Real gross domestic product (GDP) increased at an annual rate of 2.4 percent in the second quarter of 2023, according to the "advance" estimate. In the first quarter, real GDP increased 2.0 percent. The increase in the second quarter primarily reflected increases in consumer spending and business investment that were partly offset by a decrease in exports. Imports, which are a subtraction in the calculation of GDP, decreased.
- The increase in consumer spending reflected increases in both services (led by housing and utilities; health care; financial services and insurance; and transportation services) and goods (led by recreational goods and vehicles as well as gasoline and other energy goods).
- The increase in business investment reflected increases in equipment, structures, and intellectual property products.
- The decrease in exports primarily reflected a decrease in goods (led by industrial supplies and materials; consumer goods, except food and automotive; and foods, feeds, and beverages) that was partly offset by an increase in services (led by travel).
Compared to the first quarter, the acceleration in GDP in the second quarter primarily reflected an upturn in private inventory investment and an acceleration in business investment. These movements were partly offset by a downturn in exports, and slowdowns in consumer spending, federal government spending, and state and local government spending. Imports turned down.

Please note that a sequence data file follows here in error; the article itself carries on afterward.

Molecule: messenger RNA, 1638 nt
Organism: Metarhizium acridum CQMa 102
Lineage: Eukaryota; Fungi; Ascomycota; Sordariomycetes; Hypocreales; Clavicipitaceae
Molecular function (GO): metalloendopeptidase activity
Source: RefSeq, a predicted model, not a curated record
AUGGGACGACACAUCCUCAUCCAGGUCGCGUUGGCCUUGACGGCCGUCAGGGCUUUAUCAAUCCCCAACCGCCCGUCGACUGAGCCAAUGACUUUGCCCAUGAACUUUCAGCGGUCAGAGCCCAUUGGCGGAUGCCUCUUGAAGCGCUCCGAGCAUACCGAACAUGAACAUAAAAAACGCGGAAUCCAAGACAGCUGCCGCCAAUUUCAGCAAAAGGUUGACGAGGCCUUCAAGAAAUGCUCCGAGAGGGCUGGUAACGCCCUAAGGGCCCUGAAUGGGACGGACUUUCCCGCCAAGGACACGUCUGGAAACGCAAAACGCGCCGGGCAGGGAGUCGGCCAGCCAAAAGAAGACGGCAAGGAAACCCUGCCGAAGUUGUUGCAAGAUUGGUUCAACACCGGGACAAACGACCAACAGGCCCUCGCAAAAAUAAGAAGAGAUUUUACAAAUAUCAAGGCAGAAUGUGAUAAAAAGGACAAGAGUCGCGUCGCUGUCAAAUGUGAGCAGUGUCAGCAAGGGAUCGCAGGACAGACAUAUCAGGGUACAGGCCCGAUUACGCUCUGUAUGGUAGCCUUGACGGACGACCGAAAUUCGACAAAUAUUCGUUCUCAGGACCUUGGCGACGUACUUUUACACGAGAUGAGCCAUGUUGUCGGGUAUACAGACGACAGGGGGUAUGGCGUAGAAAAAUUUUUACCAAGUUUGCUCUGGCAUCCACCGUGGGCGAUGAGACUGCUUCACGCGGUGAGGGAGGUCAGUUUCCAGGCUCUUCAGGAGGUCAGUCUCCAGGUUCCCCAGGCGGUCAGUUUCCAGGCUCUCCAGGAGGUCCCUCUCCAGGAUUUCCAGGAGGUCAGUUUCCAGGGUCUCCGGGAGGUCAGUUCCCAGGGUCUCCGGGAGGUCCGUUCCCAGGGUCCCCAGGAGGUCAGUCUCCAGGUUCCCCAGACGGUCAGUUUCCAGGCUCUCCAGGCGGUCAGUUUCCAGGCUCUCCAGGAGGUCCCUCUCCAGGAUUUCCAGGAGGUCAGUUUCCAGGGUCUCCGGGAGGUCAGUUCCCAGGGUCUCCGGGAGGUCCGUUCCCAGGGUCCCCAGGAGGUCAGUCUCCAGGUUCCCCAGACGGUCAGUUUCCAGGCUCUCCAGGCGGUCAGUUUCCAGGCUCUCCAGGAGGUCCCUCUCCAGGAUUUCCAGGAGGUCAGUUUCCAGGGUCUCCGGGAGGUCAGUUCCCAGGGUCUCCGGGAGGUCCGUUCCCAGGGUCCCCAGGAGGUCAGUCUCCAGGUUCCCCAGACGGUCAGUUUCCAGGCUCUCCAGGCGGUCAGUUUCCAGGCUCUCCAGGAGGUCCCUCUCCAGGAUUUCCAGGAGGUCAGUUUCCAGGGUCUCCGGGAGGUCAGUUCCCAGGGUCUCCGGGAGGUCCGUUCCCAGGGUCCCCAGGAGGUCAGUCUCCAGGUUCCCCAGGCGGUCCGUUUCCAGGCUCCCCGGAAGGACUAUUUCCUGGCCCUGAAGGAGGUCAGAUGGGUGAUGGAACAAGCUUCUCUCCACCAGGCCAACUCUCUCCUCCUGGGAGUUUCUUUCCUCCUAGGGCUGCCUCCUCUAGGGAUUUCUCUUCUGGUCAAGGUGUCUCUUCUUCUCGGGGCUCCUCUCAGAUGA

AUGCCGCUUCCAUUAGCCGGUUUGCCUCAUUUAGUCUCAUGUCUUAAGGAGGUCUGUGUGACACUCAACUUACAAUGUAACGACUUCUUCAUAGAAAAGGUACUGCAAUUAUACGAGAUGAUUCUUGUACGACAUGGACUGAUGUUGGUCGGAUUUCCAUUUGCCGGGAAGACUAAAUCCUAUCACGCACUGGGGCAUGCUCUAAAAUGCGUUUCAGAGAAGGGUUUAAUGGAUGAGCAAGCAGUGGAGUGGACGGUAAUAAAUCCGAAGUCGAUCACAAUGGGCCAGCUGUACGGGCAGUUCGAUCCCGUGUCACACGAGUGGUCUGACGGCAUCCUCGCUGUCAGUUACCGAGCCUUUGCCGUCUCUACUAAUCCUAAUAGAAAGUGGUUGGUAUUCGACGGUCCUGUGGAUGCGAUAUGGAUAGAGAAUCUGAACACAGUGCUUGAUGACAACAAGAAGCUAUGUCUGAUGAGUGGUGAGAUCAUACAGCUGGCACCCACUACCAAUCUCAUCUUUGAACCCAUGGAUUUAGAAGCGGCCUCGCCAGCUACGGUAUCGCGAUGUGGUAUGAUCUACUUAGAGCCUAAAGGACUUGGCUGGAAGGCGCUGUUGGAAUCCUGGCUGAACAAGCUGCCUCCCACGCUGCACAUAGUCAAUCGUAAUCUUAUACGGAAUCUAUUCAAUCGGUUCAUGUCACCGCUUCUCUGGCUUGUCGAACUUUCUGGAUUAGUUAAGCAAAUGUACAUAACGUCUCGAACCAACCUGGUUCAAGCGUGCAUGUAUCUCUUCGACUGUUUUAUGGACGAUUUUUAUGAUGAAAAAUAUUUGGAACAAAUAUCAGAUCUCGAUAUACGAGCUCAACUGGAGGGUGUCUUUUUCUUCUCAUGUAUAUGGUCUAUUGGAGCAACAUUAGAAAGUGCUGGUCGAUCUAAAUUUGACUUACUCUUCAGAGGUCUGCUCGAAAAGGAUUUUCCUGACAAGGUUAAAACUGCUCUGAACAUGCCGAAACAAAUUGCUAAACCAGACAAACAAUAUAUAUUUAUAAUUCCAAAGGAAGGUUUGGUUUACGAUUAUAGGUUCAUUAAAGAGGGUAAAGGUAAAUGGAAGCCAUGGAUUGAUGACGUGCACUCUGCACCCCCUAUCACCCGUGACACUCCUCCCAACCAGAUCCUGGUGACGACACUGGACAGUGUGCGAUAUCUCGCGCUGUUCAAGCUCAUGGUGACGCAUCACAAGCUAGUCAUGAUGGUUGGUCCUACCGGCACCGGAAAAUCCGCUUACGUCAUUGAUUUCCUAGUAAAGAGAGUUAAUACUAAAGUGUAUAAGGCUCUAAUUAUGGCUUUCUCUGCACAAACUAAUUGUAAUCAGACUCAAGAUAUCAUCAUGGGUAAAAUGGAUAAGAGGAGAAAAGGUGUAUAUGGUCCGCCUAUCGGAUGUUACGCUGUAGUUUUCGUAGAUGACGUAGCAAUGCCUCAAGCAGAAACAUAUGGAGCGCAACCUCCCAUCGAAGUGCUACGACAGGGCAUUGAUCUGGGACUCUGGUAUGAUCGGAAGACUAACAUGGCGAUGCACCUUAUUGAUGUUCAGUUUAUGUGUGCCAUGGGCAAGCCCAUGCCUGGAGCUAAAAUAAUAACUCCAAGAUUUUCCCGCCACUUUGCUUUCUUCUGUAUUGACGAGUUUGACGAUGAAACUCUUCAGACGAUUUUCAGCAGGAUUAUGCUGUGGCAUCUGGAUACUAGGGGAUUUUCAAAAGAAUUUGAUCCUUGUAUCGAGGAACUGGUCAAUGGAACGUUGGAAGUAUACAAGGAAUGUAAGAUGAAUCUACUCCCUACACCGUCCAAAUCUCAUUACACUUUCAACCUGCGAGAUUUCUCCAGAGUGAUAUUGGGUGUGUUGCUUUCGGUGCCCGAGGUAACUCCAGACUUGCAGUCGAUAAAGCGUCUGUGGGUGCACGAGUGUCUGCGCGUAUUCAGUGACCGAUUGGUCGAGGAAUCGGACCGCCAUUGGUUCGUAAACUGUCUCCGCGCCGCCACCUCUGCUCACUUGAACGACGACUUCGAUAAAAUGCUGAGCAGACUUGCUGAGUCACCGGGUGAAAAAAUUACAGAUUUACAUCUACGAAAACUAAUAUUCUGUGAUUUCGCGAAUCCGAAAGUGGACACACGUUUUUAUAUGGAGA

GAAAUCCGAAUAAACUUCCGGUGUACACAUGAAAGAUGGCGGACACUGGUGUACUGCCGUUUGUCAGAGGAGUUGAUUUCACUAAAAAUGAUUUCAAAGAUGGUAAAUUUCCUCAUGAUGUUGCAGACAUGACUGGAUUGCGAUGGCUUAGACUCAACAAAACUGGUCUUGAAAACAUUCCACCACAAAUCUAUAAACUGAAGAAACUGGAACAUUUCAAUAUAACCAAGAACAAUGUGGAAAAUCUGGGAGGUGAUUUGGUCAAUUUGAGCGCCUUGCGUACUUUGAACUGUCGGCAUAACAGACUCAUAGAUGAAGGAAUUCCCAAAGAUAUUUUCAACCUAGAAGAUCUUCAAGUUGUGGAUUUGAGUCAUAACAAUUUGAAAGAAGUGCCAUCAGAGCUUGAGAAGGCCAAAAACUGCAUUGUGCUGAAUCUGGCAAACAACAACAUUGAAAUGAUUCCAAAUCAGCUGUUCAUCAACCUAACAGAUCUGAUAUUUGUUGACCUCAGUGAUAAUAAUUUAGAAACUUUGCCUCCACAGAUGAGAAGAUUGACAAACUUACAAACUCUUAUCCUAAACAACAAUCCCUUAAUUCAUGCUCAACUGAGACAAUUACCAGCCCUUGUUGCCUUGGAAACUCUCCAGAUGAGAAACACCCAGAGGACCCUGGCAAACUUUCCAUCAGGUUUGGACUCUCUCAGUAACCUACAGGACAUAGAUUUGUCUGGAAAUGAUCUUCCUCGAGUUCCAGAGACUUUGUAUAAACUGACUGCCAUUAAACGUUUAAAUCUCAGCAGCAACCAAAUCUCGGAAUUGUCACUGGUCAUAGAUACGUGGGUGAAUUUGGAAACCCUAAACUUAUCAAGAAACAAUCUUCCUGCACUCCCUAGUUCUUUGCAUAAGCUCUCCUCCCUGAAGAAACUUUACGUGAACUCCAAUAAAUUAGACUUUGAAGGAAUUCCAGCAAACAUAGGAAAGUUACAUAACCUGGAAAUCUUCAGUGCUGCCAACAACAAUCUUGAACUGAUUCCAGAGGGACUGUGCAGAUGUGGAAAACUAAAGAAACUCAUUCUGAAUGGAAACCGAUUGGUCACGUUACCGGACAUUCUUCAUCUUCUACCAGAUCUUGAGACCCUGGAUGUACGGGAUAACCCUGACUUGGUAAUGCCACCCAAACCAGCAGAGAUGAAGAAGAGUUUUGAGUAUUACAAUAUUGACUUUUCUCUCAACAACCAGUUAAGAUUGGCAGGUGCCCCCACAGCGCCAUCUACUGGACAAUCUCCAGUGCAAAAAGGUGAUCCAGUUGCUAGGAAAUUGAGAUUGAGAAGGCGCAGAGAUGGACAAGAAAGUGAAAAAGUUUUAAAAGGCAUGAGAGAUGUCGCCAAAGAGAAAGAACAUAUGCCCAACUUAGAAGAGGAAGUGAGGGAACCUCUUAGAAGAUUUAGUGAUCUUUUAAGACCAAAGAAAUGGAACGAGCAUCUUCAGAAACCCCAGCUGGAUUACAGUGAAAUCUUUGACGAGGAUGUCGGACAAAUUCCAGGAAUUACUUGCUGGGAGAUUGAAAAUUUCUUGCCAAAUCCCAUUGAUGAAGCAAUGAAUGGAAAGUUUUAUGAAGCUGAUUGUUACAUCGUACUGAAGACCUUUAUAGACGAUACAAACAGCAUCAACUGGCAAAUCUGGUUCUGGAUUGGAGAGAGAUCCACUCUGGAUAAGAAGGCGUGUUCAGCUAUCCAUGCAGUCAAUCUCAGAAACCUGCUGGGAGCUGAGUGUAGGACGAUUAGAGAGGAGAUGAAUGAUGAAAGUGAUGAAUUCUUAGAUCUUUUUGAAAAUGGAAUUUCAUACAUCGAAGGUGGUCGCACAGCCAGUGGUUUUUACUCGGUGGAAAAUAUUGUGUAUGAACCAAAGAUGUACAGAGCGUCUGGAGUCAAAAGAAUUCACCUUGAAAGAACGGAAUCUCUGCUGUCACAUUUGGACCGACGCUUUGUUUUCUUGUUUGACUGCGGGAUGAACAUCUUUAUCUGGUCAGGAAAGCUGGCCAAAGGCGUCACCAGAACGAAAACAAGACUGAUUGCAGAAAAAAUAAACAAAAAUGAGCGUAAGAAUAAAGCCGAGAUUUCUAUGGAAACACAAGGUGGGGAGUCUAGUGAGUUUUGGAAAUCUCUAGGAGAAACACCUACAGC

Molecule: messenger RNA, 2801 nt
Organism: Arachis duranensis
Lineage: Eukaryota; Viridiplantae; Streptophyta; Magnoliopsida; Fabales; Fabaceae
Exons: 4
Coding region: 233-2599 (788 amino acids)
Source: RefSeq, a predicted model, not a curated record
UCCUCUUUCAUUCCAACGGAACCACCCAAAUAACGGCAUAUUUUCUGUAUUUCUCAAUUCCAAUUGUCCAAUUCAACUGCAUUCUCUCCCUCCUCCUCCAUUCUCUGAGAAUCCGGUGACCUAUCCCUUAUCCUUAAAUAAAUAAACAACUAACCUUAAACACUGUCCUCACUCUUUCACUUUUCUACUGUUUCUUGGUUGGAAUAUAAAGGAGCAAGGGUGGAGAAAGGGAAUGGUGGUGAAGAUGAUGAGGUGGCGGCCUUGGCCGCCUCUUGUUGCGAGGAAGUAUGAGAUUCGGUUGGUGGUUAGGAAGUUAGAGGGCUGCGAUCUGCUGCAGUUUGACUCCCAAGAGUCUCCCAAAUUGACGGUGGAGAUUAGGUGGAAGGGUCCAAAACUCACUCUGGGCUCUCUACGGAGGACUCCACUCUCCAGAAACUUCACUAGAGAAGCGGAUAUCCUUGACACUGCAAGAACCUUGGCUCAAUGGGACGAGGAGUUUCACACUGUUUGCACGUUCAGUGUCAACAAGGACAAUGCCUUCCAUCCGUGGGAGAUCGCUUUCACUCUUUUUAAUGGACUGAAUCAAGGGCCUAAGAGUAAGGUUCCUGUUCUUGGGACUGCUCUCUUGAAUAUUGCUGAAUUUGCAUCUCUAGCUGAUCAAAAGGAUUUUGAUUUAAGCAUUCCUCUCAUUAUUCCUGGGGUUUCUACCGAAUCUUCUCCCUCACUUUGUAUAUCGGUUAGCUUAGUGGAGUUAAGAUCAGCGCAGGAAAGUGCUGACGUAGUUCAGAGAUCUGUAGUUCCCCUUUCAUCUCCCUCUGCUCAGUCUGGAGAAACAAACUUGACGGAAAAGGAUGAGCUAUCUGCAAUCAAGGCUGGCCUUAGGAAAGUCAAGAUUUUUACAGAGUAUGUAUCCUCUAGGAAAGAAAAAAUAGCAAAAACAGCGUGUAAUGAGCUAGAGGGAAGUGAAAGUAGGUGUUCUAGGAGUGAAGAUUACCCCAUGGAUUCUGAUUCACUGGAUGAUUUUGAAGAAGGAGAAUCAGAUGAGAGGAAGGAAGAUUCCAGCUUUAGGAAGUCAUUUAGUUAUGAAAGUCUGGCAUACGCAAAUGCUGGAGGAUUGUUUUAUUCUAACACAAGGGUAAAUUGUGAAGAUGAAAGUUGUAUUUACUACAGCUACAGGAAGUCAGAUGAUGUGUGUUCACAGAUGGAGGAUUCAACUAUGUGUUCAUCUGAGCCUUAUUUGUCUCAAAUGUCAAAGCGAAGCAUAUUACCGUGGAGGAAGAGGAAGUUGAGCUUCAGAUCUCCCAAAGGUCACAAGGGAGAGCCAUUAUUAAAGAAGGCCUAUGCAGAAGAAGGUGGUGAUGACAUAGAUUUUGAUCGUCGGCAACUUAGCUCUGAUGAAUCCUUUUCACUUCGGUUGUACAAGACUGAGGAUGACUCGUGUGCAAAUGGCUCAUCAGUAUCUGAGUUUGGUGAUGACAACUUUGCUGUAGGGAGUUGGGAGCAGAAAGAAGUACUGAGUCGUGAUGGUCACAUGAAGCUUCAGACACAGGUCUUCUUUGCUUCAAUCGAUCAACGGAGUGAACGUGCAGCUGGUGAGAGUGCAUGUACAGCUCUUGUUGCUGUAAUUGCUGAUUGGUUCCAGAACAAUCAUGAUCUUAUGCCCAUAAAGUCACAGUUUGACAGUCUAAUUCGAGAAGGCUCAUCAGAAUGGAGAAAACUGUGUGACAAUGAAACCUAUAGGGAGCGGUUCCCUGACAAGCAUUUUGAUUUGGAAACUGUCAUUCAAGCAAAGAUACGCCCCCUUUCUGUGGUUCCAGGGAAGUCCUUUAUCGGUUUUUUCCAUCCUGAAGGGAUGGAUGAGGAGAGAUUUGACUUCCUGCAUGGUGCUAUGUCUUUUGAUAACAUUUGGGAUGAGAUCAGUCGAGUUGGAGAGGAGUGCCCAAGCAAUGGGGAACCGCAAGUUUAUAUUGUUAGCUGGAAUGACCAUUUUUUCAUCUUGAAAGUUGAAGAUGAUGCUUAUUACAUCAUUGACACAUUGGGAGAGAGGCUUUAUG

For further details, including source data, refer to the Technical Note.
Gross domestic purchases prices, the prices of goods and services purchased by U.S. residents, increased 1.9 percent in the second quarter after increasing 3.8 percent in the first quarter. Excluding food and energy, prices increased 2.6 percent after increasing 4.2 percent.
Personal consumption expenditure (PCE) prices increased 2.6 percent in the second quarter after increasing 4.1 percent in the first quarter. Excluding food and energy, the PCE "core" price index increased 3.8 percent after increasing 4.9 percent.
Personal income and saving
Real disposable personal income (DPI)— personal income adjusted for taxes and inflation—increased 2.5 percent in the second quarter after increasing 8.5 percent in the first quarter.
Current-dollar DPI increased 5.2 percent in the second quarter, following an increase of 12.9 percent in the first quarter. The increase in the second quarter primarily reflected increases in compensation, personal income receipts on assets, rental income of persons, and personal current transfer receipts.
Personal saving as a percentage of DPI was 4.4 percent in the second quarter, compared with 4.3 percent in the first quarter.
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